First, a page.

White geranium has a sweet, five-petaled, white to pale pink flower with purple veins that blooms throughout the late spring and summer in moist mountain habitat. This perennial wildflower has a wide reaching range throughout the American West and north into British Columbia, and is one of the most widespread Western geraniums. The westernmost population of white geranium in the United States occurs on the Siskiyou Crest in southwest Oregon, but this species is otherwise absent throughout the rest of the Klamath-Siskiyou region. It grows in moist or wet places, such as wet meadows and along seeps, springs and creeks. White geranium is in the geranium (Geraniaceae) plant family also referred to by the additional common name, Richardson’s geranium. Preferring loamy or clay soils, white geranium can grow 8″ – 32″ tall from a woody taproot. It has palmately divided basal leaves that are 2″ – 6″ with long petioles. White geranium flowers are attractive to native bees and other pollinators and is considered deer resistant. Grow in full sun to part-shade and provide medium to wet soil moisture. The genus name, from the Greek geranos (“crane”), refers to the fruit’s (schizocarp’s) beak. The fruit looks like a small pointed spear.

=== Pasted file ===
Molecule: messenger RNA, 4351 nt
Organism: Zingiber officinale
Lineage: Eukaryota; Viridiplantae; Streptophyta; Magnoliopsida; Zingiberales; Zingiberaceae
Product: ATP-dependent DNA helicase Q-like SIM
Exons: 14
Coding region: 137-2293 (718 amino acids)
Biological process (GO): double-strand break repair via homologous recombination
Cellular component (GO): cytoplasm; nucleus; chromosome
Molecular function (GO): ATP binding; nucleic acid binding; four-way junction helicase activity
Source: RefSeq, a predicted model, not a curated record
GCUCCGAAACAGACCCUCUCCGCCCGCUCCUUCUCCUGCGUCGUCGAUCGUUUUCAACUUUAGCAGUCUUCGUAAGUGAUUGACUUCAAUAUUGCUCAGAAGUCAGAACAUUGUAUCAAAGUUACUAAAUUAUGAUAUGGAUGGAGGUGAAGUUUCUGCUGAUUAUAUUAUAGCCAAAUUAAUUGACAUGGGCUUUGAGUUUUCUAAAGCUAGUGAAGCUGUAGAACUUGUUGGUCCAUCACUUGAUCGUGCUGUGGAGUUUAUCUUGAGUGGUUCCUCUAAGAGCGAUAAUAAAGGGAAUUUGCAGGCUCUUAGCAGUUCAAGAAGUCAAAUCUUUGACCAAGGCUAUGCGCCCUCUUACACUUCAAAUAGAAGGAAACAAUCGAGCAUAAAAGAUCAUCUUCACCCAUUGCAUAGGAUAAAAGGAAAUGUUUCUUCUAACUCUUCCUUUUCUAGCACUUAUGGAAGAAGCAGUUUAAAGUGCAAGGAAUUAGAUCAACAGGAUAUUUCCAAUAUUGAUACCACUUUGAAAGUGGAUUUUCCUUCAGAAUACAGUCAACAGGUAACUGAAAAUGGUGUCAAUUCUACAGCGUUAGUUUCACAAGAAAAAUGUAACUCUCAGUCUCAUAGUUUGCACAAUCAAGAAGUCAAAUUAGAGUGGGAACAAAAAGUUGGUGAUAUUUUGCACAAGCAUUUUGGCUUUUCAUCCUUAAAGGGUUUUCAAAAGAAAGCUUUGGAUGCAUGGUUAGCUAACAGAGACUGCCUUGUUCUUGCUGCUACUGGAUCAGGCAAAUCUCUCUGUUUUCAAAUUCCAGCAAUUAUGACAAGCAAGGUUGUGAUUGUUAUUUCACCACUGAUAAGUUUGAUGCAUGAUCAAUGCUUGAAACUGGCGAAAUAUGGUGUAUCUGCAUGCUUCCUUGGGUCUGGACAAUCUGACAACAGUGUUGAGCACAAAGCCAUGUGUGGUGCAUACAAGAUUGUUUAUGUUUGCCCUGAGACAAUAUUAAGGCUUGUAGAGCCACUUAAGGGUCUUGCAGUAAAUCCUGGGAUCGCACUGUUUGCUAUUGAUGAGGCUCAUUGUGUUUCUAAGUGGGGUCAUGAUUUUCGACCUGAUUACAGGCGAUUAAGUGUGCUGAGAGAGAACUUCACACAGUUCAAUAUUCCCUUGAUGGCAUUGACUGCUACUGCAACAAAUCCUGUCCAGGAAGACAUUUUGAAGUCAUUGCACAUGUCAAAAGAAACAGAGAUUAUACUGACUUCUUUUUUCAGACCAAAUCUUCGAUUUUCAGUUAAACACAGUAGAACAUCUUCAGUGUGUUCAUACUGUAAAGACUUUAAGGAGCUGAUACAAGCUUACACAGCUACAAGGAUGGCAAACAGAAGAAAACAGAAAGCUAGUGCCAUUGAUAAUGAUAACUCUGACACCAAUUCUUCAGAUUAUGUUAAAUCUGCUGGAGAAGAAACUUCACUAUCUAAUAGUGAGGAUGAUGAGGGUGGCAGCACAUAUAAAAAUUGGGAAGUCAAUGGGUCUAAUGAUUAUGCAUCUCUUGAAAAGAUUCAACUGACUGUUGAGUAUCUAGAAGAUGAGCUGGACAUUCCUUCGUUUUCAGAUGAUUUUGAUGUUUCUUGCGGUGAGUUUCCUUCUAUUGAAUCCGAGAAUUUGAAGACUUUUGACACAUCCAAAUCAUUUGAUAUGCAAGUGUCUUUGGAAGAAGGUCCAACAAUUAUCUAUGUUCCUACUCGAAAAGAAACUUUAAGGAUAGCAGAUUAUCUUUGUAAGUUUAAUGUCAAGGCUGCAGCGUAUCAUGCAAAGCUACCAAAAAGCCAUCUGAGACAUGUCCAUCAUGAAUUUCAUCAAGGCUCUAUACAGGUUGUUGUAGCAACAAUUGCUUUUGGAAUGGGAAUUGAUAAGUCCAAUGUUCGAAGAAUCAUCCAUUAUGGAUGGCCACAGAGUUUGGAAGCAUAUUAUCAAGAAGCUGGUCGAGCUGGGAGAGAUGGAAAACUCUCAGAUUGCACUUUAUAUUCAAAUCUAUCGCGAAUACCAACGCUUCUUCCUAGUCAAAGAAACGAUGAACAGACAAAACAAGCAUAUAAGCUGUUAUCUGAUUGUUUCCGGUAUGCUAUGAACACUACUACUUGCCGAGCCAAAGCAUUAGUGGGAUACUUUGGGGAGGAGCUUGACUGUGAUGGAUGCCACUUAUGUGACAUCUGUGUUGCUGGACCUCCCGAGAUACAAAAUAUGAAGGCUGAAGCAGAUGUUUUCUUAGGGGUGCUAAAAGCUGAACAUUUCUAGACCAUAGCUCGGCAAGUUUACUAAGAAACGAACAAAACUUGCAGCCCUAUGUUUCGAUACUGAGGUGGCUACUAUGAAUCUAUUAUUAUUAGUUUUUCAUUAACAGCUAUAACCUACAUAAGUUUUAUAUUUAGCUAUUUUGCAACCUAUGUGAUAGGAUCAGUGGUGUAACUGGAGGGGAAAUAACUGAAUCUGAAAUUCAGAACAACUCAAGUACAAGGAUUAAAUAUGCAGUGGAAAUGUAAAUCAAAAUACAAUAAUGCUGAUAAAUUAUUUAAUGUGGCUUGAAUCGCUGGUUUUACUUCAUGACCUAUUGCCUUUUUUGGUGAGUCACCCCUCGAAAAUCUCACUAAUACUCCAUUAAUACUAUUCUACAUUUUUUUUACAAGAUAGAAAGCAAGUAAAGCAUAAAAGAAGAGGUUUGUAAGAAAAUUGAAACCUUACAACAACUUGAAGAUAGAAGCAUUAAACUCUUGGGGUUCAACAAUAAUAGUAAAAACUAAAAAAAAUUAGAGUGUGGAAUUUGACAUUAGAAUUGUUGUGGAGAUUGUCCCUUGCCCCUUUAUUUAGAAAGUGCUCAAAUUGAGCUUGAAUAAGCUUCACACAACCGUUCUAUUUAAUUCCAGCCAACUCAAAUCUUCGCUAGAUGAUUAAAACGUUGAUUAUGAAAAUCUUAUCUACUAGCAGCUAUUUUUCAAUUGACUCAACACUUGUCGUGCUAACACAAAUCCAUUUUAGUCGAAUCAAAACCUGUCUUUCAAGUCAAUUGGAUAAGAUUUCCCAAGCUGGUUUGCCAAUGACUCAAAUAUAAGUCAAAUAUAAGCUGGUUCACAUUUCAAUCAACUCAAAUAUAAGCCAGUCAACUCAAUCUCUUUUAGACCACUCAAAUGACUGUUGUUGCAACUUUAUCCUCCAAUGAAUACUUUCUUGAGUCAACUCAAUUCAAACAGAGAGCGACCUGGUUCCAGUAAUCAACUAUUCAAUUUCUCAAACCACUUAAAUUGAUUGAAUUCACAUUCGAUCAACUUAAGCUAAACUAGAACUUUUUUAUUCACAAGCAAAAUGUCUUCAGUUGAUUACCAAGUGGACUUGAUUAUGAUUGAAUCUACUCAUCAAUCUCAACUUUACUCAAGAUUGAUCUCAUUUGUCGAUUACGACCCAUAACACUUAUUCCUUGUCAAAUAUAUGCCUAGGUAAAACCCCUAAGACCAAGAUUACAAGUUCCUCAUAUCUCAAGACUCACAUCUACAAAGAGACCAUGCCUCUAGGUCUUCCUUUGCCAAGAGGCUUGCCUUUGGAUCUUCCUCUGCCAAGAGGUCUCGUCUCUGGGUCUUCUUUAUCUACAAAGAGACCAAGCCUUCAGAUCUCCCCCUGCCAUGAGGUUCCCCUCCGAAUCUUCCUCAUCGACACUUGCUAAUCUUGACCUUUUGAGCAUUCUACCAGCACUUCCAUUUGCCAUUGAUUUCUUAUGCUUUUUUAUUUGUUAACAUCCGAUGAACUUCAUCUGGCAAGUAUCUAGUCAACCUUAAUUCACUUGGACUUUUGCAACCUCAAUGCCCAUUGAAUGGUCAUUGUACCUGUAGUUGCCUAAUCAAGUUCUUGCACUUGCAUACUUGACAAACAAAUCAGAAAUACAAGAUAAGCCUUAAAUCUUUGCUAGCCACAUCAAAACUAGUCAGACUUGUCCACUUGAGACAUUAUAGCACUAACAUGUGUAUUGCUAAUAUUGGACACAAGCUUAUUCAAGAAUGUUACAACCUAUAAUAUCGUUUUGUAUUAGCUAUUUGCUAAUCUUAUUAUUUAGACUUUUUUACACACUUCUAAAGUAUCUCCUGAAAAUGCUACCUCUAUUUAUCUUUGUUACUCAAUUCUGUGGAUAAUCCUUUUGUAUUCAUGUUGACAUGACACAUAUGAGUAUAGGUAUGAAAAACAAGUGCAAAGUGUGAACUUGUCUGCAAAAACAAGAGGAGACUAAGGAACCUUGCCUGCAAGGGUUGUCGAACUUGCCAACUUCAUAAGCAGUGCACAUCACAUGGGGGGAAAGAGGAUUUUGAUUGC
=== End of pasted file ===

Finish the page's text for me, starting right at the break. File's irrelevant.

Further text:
White geranium (Geranium richardsonii) seed packets contain approximately 75 seeds per packet.
Seed Germination Instructions
30-60 days cold-moist stratification. Sow outside in fall to late winter.